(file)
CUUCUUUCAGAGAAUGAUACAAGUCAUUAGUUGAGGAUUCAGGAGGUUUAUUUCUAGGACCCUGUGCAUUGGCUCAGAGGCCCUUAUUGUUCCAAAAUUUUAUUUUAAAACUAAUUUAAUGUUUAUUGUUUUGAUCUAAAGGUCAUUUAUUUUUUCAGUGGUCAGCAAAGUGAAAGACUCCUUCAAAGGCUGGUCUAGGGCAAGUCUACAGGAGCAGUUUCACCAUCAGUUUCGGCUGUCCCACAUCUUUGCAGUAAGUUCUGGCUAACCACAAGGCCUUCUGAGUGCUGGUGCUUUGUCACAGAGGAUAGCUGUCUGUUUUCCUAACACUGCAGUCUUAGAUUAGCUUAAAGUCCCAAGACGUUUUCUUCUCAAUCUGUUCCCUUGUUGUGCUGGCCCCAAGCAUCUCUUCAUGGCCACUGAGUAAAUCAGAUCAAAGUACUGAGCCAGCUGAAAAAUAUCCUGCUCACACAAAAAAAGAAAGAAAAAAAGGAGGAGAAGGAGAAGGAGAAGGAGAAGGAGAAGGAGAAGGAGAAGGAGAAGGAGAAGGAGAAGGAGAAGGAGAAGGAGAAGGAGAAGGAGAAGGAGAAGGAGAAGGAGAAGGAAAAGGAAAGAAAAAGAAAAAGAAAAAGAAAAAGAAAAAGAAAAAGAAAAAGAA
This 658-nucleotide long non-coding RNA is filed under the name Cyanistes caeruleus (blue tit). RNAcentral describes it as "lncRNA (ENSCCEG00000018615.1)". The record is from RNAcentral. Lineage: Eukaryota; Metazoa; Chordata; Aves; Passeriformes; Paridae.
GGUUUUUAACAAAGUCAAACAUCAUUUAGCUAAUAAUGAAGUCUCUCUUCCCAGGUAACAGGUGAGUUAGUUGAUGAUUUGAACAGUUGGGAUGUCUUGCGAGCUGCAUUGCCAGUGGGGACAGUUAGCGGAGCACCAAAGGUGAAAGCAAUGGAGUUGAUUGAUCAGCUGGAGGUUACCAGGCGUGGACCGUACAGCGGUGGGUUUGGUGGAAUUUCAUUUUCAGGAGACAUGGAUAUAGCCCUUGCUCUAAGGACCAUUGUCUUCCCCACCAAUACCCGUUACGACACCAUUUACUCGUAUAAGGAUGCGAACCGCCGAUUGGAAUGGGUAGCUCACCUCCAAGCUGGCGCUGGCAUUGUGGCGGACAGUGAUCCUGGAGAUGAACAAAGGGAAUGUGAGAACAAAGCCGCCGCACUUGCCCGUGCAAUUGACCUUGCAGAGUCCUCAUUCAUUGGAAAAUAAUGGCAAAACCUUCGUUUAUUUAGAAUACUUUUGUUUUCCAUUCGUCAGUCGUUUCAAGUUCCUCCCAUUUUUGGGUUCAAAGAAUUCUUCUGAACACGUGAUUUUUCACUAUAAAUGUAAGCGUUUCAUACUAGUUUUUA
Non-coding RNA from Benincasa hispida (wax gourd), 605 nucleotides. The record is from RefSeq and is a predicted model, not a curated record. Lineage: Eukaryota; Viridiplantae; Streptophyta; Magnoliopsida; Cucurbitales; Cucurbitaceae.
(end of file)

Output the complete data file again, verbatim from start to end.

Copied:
CUUCUUUCAGAGAAUGAUACAAGUCAUUAGUUGAGGAUUCAGGAGGUUUAUUUCUAGGACCCUGUGCAUUGGCUCAGAGGCCCUUAUUGUUCCAAAAUUUUAUUUUAAAACUAAUUUAAUGUUUAUUGUUUUGAUCUAAAGGUCAUUUAUUUUUUCAGUGGUCAGCAAAGUGAAAGACUCCUUCAAAGGCUGGUCUAGGGCAAGUCUACAGGAGCAGUUUCACCAUCAGUUUCGGCUGUCCCACAUCUUUGCAGUAAGUUCUGGCUAACCACAAGGCCUUCUGAGUGCUGGUGCUUUGUCACAGAGGAUAGCUGUCUGUUUUCCUAACACUGCAGUCUUAGAUUAGCUUAAAGUCCCAAGACGUUUUCUUCUCAAUCUGUUCCCUUGUUGUGCUGGCCCCAAGCAUCUCUUCAUGGCCACUGAGUAAAUCAGAUCAAAGUACUGAGCCAGCUGAAAAAUAUCCUGCUCACACAAAAAAAGAAAGAAAAAAAGGAGGAGAAGGAGAAGGAGAAGGAGAAGGAGAAGGAGAAGGAGAAGGAGAAGGAGAAGGAGAAGGAGAAGGAGAAGGAGAAGGAGAAGGAGAAGGAGAAGGAGAAGGAGAAGGAAAAGGAAAGAAAAAGAAAAAGAAAAAGAAAAAGAAAAAGAAAAAGAAAAAGAA
This 658-nucleotide long non-coding RNA is filed under the name Cyanistes caeruleus (blue tit). RNAcentral describes it as "lncRNA (ENSCCEG00000018615.1)". The record is from RNAcentral. Lineage: Eukaryota; Metazoa; Chordata; Aves; Passeriformes; Paridae.
GGUUUUUAACAAAGUCAAACAUCAUUUAGCUAAUAAUGAAGUCUCUCUUCCCAGGUAACAGGUGAGUUAGUUGAUGAUUUGAACAGUUGGGAUGUCUUGCGAGCUGCAUUGCCAGUGGGGACAGUUAGCGGAGCACCAAAGGUGAAAGCAAUGGAGUUGAUUGAUCAGCUGGAGGUUACCAGGCGUGGACCGUACAGCGGUGGGUUUGGUGGAAUUUCAUUUUCAGGAGACAUGGAUAUAGCCCUUGCUCUAAGGACCAUUGUCUUCCCCACCAAUACCCGUUACGACACCAUUUACUCGUAUAAGGAUGCGAACCGCCGAUUGGAAUGGGUAGCUCACCUCCAAGCUGGCGCUGGCAUUGUGGCGGACAGUGAUCCUGGAGAUGAACAAAGGGAAUGUGAGAACAAAGCCGCCGCACUUGCCCGUGCAAUUGACCUUGCAGAGUCCUCAUUCAUUGGAAAAUAAUGGCAAAACCUUCGUUUAUUUAGAAUACUUUUGUUUUCCAUUCGUCAGUCGUUUCAAGUUCCUCCCAUUUUUGGGUUCAAAGAAUUCUUCUGAACACGUGAUUUUUCACUAUAAAUGUAAGCGUUUCAUACUAGUUUUUA
Non-coding RNA from Benincasa hispida (wax gourd), 605 nucleotides. The record is from RefSeq and is a predicted model, not a curated record. Lineage: Eukaryota; Viridiplantae; Streptophyta; Magnoliopsida; Cucurbitales; Cucurbitaceae.